Penguin Books, www.penguin.com.au/
Strong characterisation; insight into 1960s America
Doesn’t delve into the bigger issues
New in the iBookstore, The Help is, in short, an uplifting novel with a relevant message. Set during America’s 1960s civil rights movement, journalist Eugenia ‘Skeeter’ Phelan decides to write a book chronicling the experiences of African- American maids; their perspectives on the white families they work for, the adversities they face and the resulting struggles endured on a daily basis.
You may have already seen or heard of the film adaptation of the same name (it was a four-time nominee at this year’s Academy Awards), but it’s worth checking out the book as well.
Like most book-to-film adaptations, the story is better detailed in the literary narrative, which is appropriate given the prevalence of the themes it touches on.
Skeeter, a recent university graduate, moves back to her parents’ plantation in Mississippi only to discover that her childhood maid has left without saying goodbye. And no one will tell her why. This is the first incident that sparks growing concern for Skeeter, amid mounting tension between the racial communities.
Skeeter does not believe in the hierarchy that segregates white from black, and wants to change this. She believes that giving a voice to the black community will help break years of fixed beliefs and social ignorance – but she faces strong opposition.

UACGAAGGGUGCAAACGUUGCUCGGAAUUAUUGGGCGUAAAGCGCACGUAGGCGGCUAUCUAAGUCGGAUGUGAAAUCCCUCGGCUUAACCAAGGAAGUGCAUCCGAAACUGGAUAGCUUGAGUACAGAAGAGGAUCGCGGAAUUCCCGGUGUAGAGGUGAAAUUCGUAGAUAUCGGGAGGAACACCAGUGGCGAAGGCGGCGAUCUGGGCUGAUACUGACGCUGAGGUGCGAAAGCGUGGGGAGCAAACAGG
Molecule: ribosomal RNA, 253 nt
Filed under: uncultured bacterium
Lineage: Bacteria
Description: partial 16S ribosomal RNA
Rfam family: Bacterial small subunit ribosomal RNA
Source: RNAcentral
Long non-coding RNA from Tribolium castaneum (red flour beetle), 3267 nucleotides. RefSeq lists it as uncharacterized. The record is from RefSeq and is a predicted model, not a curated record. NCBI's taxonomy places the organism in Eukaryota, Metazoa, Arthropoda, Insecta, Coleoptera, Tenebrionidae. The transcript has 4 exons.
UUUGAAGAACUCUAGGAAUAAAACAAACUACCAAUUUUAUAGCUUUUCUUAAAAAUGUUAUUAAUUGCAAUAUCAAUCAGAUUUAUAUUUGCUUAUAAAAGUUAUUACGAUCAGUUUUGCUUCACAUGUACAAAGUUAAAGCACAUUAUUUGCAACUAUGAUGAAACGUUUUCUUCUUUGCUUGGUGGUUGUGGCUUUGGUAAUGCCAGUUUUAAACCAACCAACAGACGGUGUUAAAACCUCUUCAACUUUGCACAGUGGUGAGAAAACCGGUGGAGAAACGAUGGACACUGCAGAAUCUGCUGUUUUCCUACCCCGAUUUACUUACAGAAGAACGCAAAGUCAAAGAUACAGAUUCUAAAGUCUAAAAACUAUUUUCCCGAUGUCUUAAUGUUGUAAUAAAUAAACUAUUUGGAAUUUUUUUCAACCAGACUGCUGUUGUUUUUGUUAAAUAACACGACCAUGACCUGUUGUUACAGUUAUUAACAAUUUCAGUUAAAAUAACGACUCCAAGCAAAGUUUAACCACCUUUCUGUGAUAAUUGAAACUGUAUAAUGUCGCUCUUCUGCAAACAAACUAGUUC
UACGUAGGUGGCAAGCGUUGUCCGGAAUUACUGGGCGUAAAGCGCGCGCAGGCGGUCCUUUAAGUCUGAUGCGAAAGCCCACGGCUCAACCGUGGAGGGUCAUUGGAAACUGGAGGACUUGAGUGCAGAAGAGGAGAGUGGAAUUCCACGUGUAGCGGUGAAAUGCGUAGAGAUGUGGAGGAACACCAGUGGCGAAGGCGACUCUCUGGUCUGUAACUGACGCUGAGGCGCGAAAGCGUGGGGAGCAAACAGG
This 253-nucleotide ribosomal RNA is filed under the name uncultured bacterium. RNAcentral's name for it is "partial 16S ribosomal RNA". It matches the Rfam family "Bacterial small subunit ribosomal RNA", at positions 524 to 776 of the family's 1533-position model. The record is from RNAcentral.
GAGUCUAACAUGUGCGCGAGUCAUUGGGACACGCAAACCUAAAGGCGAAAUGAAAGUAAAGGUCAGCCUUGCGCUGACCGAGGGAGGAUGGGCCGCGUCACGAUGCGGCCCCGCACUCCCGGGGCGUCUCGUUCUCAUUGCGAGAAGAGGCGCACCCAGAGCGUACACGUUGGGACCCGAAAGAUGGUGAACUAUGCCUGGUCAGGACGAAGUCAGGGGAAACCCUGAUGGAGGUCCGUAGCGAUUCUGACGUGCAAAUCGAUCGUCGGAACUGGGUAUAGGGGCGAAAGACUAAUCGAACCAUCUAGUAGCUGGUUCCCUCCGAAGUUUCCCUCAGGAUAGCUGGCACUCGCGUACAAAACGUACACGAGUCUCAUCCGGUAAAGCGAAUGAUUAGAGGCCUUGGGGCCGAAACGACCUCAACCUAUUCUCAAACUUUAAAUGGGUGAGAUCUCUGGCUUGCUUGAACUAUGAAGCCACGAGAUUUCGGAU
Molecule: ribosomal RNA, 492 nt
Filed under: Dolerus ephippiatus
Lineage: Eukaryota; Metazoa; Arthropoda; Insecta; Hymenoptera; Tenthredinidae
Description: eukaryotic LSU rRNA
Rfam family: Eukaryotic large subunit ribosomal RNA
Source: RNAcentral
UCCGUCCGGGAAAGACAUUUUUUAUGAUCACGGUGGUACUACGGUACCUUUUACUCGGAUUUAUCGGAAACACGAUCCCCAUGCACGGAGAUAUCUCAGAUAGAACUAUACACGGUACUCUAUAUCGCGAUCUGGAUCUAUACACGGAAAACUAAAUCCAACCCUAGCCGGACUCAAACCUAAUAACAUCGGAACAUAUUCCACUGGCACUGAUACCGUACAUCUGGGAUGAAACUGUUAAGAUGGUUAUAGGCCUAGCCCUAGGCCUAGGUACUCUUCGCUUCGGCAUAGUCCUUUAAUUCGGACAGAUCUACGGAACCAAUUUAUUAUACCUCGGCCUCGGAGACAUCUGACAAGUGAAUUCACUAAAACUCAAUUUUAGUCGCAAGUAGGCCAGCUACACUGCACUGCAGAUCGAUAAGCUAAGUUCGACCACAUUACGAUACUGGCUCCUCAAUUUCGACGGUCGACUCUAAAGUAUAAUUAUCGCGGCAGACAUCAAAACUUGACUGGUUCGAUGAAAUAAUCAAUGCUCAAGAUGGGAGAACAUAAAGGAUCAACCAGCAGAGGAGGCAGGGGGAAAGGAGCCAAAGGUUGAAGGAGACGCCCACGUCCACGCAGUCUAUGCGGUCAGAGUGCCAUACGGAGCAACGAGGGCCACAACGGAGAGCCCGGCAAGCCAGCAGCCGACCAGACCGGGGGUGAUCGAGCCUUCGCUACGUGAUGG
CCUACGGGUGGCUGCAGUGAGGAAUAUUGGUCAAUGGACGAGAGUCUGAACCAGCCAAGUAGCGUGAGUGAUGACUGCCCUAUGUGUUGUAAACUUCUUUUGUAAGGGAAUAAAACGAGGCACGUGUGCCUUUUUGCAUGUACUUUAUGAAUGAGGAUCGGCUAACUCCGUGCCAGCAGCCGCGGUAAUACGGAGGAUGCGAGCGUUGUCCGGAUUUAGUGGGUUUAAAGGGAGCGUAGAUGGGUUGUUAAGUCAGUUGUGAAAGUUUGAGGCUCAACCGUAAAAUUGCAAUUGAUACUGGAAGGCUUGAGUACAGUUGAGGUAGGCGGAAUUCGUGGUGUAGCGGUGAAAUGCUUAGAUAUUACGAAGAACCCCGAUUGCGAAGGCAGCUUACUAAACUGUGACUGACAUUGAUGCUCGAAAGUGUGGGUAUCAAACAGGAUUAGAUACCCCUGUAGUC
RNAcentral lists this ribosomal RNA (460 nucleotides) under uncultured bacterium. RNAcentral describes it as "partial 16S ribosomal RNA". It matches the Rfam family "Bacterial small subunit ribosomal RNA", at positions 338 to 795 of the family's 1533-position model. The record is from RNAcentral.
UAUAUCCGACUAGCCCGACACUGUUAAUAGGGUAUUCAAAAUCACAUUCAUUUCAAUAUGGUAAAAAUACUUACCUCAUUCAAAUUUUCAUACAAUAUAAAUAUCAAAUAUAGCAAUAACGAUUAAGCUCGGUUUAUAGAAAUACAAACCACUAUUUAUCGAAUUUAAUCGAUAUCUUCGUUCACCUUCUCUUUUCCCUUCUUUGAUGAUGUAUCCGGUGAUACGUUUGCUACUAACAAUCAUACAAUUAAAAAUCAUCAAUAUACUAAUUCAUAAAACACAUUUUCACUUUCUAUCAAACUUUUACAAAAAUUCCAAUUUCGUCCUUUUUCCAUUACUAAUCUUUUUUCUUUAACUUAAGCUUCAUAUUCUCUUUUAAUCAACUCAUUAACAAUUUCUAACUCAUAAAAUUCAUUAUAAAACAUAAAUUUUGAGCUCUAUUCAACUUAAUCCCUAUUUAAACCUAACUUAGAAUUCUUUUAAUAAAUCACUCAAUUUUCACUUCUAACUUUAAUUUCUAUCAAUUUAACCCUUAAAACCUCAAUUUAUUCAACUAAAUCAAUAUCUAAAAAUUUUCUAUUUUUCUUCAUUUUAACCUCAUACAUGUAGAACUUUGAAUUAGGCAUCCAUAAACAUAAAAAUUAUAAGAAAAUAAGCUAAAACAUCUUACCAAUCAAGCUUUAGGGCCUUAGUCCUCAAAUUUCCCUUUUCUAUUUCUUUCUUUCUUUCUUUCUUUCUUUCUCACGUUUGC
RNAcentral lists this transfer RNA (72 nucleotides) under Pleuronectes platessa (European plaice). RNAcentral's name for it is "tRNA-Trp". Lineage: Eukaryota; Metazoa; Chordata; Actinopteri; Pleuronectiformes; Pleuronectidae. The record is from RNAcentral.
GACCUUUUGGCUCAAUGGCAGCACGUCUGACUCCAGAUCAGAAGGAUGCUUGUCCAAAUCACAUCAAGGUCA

Despite the serious nature of the plot, the novel is peppered with humour and heart- warming moments. To author Kathryn Stockett’s credit, her portrayal of the characters doesn’t try to sway the reader into hating the white community, or pitying the black and you realise, in the reading, that the characters are merely a product of the time in which they lived.
A standout personality in the book is Aibileen Clark – a middle-aged nanny who helps Skeeter with the secret writing project, though she doubts that it will have any impact.
“Miss Skeeter asking don’t I wanna change things, like changing Jackson, Mississippi gone be like changing a lightbulb.’
Clark is a character you want to know – her struggles are ones you instinctively want to fight.
The overarching humanity of the women is what makes this story worth reading. Stockett doesn’t gloss over the prejudice, though at times the ‘warm and fuzzy’ factor can get a bit too much.
Even still, The Help is a relevant book for both genders of all ages and cultures; it offers an insight into a part of history that was brutally real and journals the uprising of a movement that fought back and created change. A ‘food for thought’ novel, if ever there was one.